I expected the ladies to be frisky as they were the day before - but with longer miles and hills - things were pretty low key. I stayed near the front and out of trouble. That is until we hit Waitsburg for the intermediate sprint and all hell broke lose. I lost quite a bit of positioning that when we rounded the corner for the second time up the hill - I lost all wheels and found myself struggling to stay on. Next thing I know the caravan passed me - and it was all I could do to pace myself near them. Rounding the top of the hill I saw a few stragglers and decided to book it toward them. There's strength in numbers in the wind - the thought of completing the remaining miles solo was NOT an option. I put the pedal to the medal and rode hard. Luckily some other ladies were willing to push it - and we started catching people. First a group of two, then four - next thing we know we're a solid group of 8 trying to make up some lost ground. Unfortunately my weak mix of honey and sea salt wasn't enough fuel to keep the watts up - a final surge near Waitsburg and the looming final climb sent me off the back again. It was all I could do to heave myself up the final climb. Though I did pass two guys who were in much worse shape than me - one guy nearly fell off his bike as I passed him. I lost some serious time on the hill - but still was within the time cut and was excited to show my ability in the crit on Sunday.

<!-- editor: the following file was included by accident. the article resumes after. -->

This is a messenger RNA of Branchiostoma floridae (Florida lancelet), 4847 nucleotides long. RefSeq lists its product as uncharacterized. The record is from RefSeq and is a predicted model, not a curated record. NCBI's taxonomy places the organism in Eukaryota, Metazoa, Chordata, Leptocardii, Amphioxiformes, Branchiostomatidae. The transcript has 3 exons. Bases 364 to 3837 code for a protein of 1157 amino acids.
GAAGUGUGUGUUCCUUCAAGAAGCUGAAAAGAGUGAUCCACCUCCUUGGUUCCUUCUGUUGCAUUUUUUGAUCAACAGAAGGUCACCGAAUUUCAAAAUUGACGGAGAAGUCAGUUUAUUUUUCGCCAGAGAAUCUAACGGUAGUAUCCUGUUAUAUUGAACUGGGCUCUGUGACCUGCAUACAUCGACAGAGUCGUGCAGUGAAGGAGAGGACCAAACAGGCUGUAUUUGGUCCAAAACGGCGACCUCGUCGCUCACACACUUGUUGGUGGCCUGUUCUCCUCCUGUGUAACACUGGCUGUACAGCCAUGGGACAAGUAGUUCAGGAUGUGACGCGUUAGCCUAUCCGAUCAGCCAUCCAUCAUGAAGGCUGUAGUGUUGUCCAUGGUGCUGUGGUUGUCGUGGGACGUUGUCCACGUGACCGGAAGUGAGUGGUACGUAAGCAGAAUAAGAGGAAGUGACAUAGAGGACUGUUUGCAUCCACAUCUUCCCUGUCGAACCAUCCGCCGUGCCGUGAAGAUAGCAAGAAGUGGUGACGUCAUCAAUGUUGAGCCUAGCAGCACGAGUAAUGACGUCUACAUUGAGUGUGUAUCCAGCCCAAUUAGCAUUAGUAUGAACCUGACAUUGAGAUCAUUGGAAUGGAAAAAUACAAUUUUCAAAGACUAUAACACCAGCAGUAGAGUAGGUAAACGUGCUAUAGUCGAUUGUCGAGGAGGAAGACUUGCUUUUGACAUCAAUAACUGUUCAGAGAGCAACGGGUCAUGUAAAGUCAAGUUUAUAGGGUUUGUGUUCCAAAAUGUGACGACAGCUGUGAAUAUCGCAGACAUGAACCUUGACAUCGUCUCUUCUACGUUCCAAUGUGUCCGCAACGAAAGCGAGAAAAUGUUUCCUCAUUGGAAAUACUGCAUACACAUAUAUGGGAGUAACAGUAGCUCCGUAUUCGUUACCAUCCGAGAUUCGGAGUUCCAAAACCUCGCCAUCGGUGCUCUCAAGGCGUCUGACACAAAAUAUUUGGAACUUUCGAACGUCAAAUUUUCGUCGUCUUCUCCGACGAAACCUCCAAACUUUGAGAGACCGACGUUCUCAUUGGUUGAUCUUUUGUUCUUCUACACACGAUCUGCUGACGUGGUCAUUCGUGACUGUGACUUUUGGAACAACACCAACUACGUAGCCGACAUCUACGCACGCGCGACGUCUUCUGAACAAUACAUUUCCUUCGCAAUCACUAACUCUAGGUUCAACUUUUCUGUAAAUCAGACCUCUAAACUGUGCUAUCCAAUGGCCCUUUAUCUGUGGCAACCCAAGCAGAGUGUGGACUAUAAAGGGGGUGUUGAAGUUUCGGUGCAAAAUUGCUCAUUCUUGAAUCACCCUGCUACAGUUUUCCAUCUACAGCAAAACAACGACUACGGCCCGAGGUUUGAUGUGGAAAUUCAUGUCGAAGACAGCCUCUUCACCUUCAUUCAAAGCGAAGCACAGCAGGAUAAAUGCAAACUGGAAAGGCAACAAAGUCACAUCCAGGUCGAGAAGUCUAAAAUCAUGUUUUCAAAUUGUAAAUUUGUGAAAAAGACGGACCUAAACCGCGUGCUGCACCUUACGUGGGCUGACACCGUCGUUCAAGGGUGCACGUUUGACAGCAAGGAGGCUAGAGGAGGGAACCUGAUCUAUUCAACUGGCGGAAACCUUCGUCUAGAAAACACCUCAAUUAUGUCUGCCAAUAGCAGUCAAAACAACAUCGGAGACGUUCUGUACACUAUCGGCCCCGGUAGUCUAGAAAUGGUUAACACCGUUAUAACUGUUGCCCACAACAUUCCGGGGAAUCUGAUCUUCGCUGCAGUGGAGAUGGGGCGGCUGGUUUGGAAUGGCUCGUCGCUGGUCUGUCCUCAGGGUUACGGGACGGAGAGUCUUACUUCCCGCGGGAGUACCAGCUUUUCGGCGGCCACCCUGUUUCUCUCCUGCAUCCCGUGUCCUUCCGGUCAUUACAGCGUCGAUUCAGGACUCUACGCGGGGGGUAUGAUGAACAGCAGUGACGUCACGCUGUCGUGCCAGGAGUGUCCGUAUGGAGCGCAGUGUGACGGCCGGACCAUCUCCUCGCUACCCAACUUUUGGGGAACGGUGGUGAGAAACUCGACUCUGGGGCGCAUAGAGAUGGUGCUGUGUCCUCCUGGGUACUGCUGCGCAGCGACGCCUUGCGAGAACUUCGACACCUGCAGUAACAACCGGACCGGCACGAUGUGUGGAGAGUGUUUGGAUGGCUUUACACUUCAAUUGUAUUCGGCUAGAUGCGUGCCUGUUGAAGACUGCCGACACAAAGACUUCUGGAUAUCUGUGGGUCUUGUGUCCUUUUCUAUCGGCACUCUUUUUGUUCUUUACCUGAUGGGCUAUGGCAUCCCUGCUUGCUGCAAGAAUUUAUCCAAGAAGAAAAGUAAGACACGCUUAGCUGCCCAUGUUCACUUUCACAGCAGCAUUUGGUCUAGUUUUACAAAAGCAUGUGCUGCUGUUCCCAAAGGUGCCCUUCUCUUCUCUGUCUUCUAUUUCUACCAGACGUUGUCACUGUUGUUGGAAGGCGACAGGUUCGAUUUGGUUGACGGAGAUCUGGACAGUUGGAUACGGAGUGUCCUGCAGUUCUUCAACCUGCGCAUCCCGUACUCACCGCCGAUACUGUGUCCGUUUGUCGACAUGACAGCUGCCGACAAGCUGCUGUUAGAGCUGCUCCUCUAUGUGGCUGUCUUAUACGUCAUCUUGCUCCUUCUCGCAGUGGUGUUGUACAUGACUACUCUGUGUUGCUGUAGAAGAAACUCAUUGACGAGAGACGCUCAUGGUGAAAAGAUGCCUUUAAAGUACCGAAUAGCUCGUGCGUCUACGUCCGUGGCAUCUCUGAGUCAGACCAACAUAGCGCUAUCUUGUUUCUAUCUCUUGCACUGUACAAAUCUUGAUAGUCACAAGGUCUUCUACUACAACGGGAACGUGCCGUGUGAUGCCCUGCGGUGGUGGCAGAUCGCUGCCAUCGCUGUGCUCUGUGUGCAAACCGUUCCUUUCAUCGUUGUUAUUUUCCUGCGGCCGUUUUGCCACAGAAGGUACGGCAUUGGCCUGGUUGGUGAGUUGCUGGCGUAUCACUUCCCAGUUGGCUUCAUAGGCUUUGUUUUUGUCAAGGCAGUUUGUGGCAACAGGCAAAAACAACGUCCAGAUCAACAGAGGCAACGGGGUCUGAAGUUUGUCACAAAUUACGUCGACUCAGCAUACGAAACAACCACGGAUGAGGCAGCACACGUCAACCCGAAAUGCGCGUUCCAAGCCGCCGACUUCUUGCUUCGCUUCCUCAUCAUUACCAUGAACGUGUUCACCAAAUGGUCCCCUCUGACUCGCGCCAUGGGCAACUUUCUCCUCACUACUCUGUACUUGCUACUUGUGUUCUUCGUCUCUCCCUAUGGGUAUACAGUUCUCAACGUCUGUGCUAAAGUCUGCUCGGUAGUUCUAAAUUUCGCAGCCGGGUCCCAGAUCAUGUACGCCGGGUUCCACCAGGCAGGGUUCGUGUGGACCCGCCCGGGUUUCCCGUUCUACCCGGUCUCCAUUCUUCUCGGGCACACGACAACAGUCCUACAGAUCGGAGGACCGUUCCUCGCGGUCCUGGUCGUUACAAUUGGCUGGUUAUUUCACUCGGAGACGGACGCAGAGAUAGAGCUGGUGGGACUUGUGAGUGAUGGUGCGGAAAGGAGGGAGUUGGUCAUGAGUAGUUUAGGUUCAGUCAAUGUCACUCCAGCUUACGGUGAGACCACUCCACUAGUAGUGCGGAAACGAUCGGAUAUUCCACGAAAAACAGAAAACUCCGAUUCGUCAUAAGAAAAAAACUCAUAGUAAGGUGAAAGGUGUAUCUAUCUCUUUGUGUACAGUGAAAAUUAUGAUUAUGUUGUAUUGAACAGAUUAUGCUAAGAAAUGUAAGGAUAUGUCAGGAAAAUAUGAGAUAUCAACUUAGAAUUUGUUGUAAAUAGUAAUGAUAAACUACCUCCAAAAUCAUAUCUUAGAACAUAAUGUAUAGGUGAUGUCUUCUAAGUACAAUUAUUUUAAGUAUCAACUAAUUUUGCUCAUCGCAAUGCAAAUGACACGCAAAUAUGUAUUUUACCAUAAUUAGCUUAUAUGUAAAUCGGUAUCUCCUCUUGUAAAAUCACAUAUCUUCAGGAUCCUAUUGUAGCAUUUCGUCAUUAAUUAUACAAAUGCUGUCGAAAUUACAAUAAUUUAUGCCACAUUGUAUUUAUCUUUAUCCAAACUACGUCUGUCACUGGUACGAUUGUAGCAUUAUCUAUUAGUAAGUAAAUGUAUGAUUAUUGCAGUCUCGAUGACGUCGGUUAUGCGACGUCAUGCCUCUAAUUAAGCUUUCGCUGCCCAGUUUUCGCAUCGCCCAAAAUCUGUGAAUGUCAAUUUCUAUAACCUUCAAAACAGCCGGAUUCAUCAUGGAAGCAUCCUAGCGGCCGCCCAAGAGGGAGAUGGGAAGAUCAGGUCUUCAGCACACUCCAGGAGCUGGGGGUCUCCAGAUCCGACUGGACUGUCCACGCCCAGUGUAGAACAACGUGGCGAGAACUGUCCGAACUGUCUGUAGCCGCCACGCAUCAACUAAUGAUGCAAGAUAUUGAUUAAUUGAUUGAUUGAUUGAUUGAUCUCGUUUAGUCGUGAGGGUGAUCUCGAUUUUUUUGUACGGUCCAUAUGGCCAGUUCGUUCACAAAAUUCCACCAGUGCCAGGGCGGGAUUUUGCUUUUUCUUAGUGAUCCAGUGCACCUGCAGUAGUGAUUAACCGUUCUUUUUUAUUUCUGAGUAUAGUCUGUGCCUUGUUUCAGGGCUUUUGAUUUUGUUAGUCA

Sunday morning I woke up and felt decent - considering the 100 miles in 24 hours. With some encouragement from Alynda, Jimmy, Nick and Karen, we lined up for 45 minutes of fun in down town Walla Walla. That is seriously one of the funnest crit courses of the year. Luckily it wasn't that hard - I was able to maintain good position and Liz won the second to last lap in a miscalculated finish. Dope! The final sprint came and I hesitated just slightly right before the final corner. Had I followed my instinct and gone then - maybe my placement would have been higher? But placing 8th in a pack of 47 isn't bad.
All in all - another great weekend of racing. I have identified my greatest weakness and will diligently start working on it to improve. Track season starts up in a few weeks - but I'm not sure if I'm ready to give up road racing quite yet....
And yes, all that wind definitely made my lips scream for chap stick. But I'm sure the nurse has like 50 of them.